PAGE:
The troika has written to the Greek government asking for changes to laws governing the funding of political parties and the introduction of a code of ethics for ministers and lawmakers, sources have told Kathimerini.
The document calls for changes to the legal framework regarding donations to parties and parliamentary candidates and suggests party finances should be more transparent. It also proposes that members of Parliament and ministers be bound by set rules of conduct, while public officials should be barred from engaging in any kind of other professional or financial activity while they are in office.
Prime Minister Antonis Samaras’s aides have received the proposals and they are likely to be incorporated into a broader discussion about constitutional reform. The government is hoping to make between Easter and the May 25 European Parliament elections a series of proposals on reforming the way politics is conducted in Greece in the hope that they help repair voters’ trust in the political system and the two ruling parties in particular.
Among the ideas being considered by the government are limits on how much each party can spend and the removal of some privileges enjoyed by lawmakers, including expenses to cover their administrative and travel costs. It is also likely that they will seek to change the law on immunity from prosecution for ministers and MPs.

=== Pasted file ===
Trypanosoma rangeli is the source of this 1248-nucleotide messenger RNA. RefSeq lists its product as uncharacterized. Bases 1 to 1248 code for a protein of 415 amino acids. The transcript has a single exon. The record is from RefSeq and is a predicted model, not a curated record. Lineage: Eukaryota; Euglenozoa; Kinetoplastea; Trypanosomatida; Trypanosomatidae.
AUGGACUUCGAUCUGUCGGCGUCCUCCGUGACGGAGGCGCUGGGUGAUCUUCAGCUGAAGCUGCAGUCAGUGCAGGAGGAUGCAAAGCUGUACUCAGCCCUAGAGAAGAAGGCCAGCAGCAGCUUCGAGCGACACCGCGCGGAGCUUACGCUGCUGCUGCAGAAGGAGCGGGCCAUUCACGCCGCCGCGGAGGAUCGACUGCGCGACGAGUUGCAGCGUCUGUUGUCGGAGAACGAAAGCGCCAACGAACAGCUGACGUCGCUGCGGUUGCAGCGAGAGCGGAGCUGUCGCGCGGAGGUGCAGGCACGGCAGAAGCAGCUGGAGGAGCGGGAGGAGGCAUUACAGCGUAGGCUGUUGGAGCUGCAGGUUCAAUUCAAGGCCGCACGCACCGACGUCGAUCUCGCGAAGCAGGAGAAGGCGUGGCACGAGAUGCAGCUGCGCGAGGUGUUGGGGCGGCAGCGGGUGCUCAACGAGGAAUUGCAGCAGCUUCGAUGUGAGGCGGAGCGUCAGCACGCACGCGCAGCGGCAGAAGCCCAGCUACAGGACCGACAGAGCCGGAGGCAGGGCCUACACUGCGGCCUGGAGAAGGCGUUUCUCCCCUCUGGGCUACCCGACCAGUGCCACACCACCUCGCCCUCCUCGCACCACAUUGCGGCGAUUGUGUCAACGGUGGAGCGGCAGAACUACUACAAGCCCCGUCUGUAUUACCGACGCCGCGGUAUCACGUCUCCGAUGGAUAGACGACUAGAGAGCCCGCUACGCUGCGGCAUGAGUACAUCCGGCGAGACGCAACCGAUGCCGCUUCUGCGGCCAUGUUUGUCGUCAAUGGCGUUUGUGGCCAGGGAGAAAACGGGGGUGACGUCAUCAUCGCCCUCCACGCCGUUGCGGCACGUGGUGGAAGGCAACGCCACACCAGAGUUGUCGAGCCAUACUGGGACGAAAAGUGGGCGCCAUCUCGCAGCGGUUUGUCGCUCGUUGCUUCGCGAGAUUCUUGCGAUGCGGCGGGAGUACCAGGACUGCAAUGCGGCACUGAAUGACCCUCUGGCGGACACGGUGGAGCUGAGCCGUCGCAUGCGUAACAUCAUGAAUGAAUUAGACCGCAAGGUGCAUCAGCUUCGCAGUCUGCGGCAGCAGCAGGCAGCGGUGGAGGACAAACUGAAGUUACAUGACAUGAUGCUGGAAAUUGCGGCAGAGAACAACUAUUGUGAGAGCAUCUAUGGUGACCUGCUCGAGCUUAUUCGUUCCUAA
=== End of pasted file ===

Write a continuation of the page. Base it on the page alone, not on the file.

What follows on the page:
With regards to the ongoing negotiations between Athens and the troika for the release of almost 9 billion euros in bailout funding, Finance Minister Yannis Stournaras will not have an agreement to present to his eurozone counterparts at Monday’s Eurogroup.
Greek banks’ capital needs had been a stumbling block during negotiations in recent days but a Finance Ministry official said on Saturday afternoon that an agreement had been reached.
The results of stress tests presented by the Bank of Greece on Thursday put lenders’ capital needs at 6.4 billion euros but the International Monetary Fund in particular believes that this figure is too low.
However, the Finance Ministry official suggested that the IMF had backed down during talks on Saturday. Athens is now aiming to conclude an agreement with the troika by Sunday, March 16.